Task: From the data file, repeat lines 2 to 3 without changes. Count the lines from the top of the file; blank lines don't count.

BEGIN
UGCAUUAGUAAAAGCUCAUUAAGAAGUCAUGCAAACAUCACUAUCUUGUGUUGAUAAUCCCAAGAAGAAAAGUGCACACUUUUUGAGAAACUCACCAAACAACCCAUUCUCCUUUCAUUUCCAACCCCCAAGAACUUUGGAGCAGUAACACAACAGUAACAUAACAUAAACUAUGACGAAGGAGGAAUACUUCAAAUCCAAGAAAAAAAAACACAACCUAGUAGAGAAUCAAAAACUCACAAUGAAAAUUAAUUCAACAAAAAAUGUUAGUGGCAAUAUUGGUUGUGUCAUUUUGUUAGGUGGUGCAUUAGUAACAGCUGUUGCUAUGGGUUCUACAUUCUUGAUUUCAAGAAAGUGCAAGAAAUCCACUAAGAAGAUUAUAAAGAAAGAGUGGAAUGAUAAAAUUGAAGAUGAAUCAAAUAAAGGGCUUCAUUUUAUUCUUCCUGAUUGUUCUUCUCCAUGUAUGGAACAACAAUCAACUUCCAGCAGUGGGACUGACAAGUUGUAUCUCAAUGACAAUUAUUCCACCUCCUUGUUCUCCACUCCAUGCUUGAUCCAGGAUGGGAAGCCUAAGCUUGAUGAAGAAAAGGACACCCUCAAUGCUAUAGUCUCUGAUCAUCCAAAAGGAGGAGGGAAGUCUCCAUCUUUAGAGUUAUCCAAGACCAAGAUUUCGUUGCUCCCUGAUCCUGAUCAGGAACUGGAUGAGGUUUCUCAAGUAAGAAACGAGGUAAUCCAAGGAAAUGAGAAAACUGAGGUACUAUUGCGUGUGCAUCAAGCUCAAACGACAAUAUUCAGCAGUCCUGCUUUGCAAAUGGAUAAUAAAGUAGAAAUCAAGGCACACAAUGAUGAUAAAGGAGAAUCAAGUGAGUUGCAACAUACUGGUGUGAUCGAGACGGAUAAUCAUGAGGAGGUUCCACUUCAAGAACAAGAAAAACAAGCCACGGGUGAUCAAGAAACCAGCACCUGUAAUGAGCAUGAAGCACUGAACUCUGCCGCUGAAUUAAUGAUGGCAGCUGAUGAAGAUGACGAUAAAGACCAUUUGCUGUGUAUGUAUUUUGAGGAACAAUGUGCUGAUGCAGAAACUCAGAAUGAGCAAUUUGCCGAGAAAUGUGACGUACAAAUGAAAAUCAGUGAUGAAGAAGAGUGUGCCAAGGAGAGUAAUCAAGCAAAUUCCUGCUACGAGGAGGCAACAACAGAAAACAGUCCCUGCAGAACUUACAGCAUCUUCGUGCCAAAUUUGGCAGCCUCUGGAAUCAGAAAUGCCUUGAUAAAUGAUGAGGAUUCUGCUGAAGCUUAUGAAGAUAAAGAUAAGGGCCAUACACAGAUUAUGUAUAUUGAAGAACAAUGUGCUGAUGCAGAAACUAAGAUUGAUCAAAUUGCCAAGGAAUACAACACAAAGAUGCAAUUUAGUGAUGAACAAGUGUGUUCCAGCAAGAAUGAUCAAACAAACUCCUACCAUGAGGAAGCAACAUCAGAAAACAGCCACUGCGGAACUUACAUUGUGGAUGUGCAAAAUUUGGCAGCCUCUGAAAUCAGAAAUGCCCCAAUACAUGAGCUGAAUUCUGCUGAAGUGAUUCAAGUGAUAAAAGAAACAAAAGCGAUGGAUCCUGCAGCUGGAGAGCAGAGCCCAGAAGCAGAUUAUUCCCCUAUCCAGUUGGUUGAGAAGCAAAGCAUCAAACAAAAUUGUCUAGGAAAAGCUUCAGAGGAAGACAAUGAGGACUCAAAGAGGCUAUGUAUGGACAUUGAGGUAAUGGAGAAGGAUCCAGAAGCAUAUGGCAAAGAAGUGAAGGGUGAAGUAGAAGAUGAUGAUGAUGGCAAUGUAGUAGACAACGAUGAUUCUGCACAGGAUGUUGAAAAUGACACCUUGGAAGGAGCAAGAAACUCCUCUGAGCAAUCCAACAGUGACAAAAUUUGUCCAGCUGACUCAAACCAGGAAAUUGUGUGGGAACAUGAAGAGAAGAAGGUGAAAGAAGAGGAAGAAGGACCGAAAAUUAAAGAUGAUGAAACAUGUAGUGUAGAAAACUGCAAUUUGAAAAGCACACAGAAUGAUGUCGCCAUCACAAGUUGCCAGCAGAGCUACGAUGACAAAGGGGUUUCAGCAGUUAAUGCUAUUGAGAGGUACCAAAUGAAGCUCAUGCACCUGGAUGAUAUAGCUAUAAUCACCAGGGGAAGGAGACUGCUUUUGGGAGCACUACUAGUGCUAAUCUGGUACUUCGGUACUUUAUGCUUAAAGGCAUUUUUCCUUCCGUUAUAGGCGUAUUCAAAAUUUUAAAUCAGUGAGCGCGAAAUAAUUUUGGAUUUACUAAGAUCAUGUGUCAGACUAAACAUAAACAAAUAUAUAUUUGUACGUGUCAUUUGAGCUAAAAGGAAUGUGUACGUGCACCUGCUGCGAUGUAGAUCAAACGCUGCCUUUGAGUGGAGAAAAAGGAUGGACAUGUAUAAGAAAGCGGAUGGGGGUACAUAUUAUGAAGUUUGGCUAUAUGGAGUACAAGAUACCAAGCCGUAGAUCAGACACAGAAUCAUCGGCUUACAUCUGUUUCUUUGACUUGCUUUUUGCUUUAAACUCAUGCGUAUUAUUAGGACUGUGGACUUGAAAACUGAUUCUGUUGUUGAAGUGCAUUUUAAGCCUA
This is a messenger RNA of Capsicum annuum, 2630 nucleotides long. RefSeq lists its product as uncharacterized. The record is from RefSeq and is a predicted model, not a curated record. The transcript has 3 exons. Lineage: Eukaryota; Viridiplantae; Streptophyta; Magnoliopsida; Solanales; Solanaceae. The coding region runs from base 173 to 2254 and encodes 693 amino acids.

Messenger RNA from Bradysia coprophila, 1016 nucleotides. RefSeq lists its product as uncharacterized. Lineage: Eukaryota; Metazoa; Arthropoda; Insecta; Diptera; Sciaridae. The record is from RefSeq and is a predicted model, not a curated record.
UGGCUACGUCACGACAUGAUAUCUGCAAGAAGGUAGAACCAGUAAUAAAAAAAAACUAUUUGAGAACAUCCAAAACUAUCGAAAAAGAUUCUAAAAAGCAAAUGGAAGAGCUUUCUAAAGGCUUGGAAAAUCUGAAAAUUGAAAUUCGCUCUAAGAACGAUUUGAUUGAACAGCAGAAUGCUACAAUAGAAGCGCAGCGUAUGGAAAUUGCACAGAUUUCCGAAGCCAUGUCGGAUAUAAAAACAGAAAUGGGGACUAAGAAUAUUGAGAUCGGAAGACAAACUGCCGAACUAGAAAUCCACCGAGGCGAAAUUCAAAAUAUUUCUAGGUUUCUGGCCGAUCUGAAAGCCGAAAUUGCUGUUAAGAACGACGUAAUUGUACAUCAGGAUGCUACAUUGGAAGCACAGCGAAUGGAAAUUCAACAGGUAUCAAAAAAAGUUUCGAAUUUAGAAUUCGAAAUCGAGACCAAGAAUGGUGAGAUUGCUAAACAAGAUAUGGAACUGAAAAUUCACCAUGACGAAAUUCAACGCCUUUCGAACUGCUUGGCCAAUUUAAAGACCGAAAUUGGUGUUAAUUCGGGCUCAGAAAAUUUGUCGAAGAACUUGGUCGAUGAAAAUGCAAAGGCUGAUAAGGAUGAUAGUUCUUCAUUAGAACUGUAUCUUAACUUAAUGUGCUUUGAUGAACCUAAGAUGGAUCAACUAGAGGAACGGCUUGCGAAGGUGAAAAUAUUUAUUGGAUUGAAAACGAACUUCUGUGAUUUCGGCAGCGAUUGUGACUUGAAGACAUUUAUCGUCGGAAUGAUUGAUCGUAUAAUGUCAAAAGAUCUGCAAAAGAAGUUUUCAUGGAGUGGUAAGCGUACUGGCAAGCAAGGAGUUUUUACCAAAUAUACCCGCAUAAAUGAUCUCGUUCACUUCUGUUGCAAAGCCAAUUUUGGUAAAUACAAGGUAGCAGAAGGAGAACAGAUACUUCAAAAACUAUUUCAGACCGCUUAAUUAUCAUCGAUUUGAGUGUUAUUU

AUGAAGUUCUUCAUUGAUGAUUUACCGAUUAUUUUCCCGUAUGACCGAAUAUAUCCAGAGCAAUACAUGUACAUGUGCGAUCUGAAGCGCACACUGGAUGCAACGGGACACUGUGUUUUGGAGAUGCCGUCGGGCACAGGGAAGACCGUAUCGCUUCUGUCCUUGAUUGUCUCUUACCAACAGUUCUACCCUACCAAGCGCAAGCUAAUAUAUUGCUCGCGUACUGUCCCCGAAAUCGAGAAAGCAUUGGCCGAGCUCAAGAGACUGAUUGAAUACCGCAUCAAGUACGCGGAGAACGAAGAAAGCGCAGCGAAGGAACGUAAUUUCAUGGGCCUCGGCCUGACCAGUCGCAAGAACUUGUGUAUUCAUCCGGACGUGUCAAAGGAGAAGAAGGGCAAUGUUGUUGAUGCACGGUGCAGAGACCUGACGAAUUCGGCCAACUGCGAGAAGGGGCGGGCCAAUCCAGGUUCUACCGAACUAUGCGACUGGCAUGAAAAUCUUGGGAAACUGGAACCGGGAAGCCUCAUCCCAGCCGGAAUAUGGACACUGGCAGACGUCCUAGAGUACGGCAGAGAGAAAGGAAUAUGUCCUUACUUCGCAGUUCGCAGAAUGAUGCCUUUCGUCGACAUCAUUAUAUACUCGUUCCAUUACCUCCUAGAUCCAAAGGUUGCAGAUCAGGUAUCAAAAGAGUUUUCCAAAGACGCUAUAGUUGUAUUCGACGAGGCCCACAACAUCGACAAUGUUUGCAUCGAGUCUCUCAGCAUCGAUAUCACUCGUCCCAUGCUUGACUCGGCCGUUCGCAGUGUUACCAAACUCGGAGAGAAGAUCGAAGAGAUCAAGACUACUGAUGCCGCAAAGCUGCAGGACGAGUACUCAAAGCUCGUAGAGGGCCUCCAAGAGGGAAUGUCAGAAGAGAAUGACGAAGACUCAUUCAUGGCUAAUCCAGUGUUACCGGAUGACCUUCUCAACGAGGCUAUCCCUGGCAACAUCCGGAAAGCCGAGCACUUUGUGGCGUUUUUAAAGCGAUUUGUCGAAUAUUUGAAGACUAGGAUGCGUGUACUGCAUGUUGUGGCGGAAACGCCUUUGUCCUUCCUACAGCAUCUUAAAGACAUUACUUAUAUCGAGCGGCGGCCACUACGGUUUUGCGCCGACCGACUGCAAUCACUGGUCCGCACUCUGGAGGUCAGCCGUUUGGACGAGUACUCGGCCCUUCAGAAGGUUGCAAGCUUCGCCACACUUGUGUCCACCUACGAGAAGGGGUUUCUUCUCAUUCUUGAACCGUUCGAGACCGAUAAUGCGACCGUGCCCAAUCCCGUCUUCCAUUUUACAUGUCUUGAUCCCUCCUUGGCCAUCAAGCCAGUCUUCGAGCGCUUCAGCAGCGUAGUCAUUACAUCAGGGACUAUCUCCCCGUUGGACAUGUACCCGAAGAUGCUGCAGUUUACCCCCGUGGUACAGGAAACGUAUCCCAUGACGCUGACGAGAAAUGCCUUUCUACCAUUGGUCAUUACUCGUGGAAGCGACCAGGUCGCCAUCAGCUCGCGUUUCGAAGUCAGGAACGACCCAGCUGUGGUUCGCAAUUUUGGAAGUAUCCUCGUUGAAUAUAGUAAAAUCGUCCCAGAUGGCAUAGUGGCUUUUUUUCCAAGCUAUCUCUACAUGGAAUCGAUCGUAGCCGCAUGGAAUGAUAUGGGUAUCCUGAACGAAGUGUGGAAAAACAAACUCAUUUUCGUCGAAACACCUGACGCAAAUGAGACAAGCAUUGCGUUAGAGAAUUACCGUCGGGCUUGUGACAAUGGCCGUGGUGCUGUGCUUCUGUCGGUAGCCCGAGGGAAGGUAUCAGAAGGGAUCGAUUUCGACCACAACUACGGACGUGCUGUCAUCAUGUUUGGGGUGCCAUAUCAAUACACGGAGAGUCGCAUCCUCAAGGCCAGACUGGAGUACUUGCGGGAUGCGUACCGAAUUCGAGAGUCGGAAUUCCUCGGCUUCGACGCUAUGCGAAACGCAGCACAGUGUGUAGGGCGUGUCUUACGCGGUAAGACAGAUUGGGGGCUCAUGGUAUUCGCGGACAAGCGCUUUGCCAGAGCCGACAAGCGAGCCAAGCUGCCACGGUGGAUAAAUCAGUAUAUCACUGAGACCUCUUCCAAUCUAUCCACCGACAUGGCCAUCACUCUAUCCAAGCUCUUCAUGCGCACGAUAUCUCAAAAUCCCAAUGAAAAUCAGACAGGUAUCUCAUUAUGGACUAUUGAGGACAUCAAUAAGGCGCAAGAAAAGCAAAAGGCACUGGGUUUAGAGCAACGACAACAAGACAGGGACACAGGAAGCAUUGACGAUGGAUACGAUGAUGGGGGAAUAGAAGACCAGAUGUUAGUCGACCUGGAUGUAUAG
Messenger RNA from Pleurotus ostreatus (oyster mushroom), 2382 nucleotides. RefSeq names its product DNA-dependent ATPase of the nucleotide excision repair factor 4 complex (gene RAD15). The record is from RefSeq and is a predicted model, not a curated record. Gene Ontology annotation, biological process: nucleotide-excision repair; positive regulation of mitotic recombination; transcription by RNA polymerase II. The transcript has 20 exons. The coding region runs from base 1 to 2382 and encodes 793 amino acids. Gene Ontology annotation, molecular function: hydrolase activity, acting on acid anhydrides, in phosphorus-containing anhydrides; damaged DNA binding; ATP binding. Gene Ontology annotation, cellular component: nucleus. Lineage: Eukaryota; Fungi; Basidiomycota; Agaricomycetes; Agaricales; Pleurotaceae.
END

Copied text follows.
This is a messenger RNA of Capsicum annuum, 2630 nucleotides long. RefSeq lists its product as uncharacterized. The record is from RefSeq and is a predicted model, not a curated record. The transcript has 3 exons. Lineage: Eukaryota; Viridiplantae; Streptophyta; Magnoliopsida; Solanales; Solanaceae. The coding region runs from base 173 to 2254 and encodes 693 amino acids.

Messenger RNA from Bradysia coprophila, 1016 nucleotides. RefSeq lists its product as uncharacterized. Lineage: Eukaryota; Metazoa; Arthropoda; Insecta; Diptera; Sciaridae. The record is from RefSeq and is a predicted model, not a curated record.